Wednesday, May 7, 2014
C.A. Upholds $4 Million Judgment Against Telemarketers
Panel Rejects Bid to Limit Restitution Award to Witnesses Who Testified
By a MetNews Staff Writer
A victim of an Unfair Competition Law violation may recover restitution, regardless of whether he or she testifies in court proceedings, the Fourth District Court of Appeal has ruled.
Div. Three, at the request of several consumer advocacy groups, yesterday certified for publication its April 24 opinion upholding an award of more than $4 million in restitution and penalties against the operators of an Orange County telemarketing boiler room company.
Hakimullah Sarpas, and Fasela Sheren, who went by the name of Sharon Fasela, claimed that their due process rights were violated because the award was based on their having made false mortgage modification loan promises to about 1,200 paying customers, only 16 of whom were listed as trial witnesses by the attorney general and only five of whom actually testified.
Another defendant, Zulmai Nazarzai, did not appeal. Nazarzai was held in contempt in 2012 for failing to turn over about $360,000 to customers, and remains incarcerated in Orange County, according to jail records.
Witnesses testified that they gave various sums of money—each $1,000 or more—to the defendants in response to cold calls promising them that the defendants would either get them loan modifications or refund their money. The defendants then told them to stop making payments on their loans, pushing them into default.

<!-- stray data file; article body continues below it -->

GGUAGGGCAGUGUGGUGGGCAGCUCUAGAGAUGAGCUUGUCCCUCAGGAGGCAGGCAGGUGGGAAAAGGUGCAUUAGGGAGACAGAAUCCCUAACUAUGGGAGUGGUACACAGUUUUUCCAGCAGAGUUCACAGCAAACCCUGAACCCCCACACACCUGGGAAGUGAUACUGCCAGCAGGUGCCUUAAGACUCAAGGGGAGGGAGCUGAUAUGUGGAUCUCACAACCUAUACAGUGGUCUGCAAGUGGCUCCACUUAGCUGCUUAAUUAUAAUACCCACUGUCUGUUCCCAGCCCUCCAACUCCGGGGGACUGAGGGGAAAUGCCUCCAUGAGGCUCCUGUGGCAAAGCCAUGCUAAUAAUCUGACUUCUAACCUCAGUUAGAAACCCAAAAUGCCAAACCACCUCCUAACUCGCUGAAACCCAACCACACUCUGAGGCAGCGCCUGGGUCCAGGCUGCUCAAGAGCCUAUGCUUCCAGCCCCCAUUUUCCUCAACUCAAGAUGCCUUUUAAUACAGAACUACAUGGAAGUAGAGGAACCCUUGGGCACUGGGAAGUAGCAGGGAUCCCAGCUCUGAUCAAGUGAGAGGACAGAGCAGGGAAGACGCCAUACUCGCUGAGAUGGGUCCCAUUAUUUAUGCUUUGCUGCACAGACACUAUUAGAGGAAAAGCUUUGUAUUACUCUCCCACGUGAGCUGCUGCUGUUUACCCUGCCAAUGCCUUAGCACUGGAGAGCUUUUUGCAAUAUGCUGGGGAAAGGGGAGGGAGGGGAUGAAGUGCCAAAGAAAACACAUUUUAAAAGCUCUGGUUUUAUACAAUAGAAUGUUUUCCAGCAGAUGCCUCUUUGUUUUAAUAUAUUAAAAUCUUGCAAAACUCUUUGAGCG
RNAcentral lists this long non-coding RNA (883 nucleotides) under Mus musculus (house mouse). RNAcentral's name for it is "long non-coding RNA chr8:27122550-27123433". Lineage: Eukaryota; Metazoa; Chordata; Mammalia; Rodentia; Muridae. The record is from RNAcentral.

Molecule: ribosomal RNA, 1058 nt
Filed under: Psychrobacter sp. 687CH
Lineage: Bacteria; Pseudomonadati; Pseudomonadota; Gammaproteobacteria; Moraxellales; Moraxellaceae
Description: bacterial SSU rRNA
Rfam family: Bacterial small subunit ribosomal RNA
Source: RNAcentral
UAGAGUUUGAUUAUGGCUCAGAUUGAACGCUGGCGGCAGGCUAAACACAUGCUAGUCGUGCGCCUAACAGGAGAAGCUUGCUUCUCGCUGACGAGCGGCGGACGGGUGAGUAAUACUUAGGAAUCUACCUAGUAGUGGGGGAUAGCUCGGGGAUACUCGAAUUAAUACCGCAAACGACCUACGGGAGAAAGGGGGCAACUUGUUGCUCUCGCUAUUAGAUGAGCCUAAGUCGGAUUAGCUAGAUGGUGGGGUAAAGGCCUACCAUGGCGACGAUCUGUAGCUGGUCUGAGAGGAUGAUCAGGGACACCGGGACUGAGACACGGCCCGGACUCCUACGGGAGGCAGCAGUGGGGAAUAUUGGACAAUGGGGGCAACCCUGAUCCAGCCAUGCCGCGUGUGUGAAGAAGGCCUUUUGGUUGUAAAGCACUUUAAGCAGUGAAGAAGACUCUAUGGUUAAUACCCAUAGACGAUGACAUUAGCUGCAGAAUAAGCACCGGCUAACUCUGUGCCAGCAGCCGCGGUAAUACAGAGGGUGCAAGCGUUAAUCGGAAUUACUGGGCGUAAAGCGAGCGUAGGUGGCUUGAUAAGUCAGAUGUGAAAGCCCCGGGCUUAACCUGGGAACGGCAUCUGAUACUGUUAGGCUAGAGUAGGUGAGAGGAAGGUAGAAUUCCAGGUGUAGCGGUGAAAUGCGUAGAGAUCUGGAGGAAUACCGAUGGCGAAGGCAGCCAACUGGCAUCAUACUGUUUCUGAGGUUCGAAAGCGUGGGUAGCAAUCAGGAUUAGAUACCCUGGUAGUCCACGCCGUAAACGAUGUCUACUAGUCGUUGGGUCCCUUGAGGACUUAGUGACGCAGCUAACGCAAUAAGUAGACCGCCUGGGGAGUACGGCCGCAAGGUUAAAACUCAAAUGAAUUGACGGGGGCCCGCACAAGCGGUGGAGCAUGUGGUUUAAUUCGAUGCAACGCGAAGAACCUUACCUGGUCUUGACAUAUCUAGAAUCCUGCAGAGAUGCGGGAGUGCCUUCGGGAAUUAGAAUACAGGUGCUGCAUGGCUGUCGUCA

The customers said they did not receive loan modifications or refunds.
Justice Richard Fybel, writing for the Court of Appeal, said the defendants had adequate notice of the allegations and an opportunity to defend themselves. In a footnote, he rejected as “exaggerated and patently incredible” the defendants’ claim that they “walked into trial on the first day without any inkling of what they were alleged to have done, to whom, when, and what.”
The justice wrote:
“The Attorney General filed a lengthy complaint apprising Defendants of the charges and of the fact the Attorney General was seeking injunctive relief, restitution, and civil penalties. Attached to the complaint were declarations from 19 [US Homeowners Assistance] customers. Sarpas and Fasela received lengthy interrogatory responses and were given the names of hundreds of USHA customers....Properly noticed depositions were taken, but Sarpas and Fasela chose not to participate in them. Nothing prevented Sarpas and Fasela from conducting their own investigation, interviewing witnesses, taking depositions, and calling witnesses to testify at trial.”
The attorney general obtained an order shutting down the business when suit was filed in July 2009, after about 18 months of operation. Orange Superior Court Judge Andrew Banks found the defendants liable in March 2012 and ordered restitution and penalties and permanently enjoined the defendants from engaging in similar conduct.
The case is People v. Sarpas, G047462.
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